October

1.

Harvest your pumpkins and squashes by the end of the month.

2.

Early leeks can be lifted now because they are less hardy.

3.

Maincrop potatoes must be got out of the ground before the end of the month use a potato fork to lift them with less damage.

4.

Harvest the last of the peas and runner bean crop for this year. Leave bean roots in ground to add nitrogen back in.

5.

Plant out Spring cabbage and overwintering types of onion and garlic.

6.

Rough dig over heavy ground and leave it in lumps or ridges to be broken down gradually by the winter frosts.

7.

Be prepared to protect chard plants, spinach, winter lettuce, peas, broad beans and any other crops that you are overwintering.

November

1.

No time to rest. There is just enough daylight to clear/tidy up the allotment of any old crops in preparation for next year.

2.

Start to harvest winter cabbage, Brussels sprouts, leeks and parsnips.

3.

Snap off any yellowing  leaves at the base of brassicas to ensure that there is good air circulation around the plants.

4.

Now is a good time to plant new fruit trees and bushes. Soft fruit bushes can also be moved now if needed as well.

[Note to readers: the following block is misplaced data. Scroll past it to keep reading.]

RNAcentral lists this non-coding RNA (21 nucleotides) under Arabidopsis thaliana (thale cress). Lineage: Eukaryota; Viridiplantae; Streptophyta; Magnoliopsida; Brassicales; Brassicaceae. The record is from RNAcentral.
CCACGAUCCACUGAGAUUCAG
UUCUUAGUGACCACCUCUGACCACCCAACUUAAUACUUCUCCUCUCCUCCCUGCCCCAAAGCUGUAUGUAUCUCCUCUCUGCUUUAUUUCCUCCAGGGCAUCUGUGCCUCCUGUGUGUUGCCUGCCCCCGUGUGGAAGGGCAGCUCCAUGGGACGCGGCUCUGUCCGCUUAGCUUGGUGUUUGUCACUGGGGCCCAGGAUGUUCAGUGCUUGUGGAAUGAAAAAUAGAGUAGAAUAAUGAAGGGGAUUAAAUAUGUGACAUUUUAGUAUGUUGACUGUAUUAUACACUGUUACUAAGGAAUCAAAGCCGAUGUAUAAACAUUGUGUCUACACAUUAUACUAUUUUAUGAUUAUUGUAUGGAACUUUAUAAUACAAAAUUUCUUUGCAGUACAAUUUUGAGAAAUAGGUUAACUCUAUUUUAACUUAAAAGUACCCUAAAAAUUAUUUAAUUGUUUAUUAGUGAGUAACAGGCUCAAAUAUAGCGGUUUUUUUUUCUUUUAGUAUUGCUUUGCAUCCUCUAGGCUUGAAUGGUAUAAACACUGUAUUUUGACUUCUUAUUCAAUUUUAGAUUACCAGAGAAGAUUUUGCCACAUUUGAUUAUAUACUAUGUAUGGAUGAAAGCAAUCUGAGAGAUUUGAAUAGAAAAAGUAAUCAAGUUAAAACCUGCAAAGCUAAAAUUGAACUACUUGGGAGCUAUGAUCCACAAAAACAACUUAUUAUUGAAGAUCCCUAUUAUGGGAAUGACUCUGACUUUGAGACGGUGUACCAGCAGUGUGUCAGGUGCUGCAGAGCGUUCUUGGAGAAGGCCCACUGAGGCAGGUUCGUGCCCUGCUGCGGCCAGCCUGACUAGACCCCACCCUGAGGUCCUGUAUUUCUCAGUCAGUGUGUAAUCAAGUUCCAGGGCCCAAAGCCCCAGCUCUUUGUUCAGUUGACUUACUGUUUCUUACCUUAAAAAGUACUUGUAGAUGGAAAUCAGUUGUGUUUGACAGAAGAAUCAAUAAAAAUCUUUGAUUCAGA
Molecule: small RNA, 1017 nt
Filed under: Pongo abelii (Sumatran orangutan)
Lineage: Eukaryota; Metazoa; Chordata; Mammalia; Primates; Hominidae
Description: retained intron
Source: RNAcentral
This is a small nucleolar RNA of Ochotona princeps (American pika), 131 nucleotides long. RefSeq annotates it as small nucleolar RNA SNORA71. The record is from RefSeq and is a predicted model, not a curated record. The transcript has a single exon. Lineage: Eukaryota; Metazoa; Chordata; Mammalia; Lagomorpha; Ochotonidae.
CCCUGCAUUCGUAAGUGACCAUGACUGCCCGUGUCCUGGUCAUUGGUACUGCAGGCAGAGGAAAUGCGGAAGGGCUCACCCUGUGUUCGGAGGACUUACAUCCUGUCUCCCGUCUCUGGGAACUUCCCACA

5.

Sow a crop of your favourite variety round seeded hardy peas or broad beans.

6.

Dig, unless your 'no dig' this is the priority job of the month the more that you can get done before the end of the year.

7.

A great time to take your tools home and give them a good clean, preserve any wood parts and sharpen them up.

December

1.

Check all stored crops and remove any showing signs of decay.

2.

Check over tall growing brassicas (kale, sprouts and broccoli) as they may need firming it or staking.

3.

If the soil is dry enough carefully hoe through the onion, garlic and spring cabbage beds.

4.

Clear old foliage and debris from rhubard beds. Then cover with fresh well rotted manure.

5.

Continue to prune apple and pear trees.

6.

If not already done thoughly clean greenhouse, polytunnel and cold frames with warm soapy water.

7.

Check on stored dahlia tubers and gladioli corms for rot or rodent damage.

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